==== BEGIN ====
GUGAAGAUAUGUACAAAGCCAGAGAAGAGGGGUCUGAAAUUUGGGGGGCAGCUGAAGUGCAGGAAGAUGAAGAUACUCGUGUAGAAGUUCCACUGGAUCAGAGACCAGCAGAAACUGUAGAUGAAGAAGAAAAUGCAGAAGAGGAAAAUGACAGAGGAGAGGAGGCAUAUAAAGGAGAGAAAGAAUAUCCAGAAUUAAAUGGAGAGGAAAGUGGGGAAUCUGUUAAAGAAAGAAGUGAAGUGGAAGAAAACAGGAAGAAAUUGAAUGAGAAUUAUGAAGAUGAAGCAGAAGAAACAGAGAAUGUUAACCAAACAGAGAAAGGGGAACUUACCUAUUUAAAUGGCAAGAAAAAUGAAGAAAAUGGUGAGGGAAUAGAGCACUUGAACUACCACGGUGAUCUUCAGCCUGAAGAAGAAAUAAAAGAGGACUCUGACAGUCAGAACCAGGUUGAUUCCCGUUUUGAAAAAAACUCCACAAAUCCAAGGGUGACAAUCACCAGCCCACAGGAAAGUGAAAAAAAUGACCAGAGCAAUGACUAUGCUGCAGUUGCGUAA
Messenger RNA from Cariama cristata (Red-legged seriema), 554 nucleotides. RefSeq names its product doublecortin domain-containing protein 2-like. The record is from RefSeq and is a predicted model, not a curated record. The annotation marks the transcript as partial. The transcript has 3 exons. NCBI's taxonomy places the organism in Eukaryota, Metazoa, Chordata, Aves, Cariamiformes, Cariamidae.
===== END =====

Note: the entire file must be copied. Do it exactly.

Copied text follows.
GUGAAGAUAUGUACAAAGCCAGAGAAGAGGGGUCUGAAAUUUGGGGGGCAGCUGAAGUGCAGGAAGAUGAAGAUACUCGUGUAGAAGUUCCACUGGAUCAGAGACCAGCAGAAACUGUAGAUGAAGAAGAAAAUGCAGAAGAGGAAAAUGACAGAGGAGAGGAGGCAUAUAAAGGAGAGAAAGAAUAUCCAGAAUUAAAUGGAGAGGAAAGUGGGGAAUCUGUUAAAGAAAGAAGUGAAGUGGAAGAAAACAGGAAGAAAUUGAAUGAGAAUUAUGAAGAUGAAGCAGAAGAAACAGAGAAUGUUAACCAAACAGAGAAAGGGGAACUUACCUAUUUAAAUGGCAAGAAAAAUGAAGAAAAUGGUGAGGGAAUAGAGCACUUGAACUACCACGGUGAUCUUCAGCCUGAAGAAGAAAUAAAAGAGGACUCUGACAGUCAGAACCAGGUUGAUUCCCGUUUUGAAAAAAACUCCACAAAUCCAAGGGUGACAAUCACCAGCCCACAGGAAAGUGAAAAAAAUGACCAGAGCAAUGACUAUGCUGCAGUUGCGUAA
Messenger RNA from Cariama cristata (Red-legged seriema), 554 nucleotides. RefSeq names its product doublecortin domain-containing protein 2-like. The record is from RefSeq and is a predicted model, not a curated record. The annotation marks the transcript as partial. The transcript has 3 exons. NCBI's taxonomy places the organism in Eukaryota, Metazoa, Chordata, Aves, Cariamiformes, Cariamidae.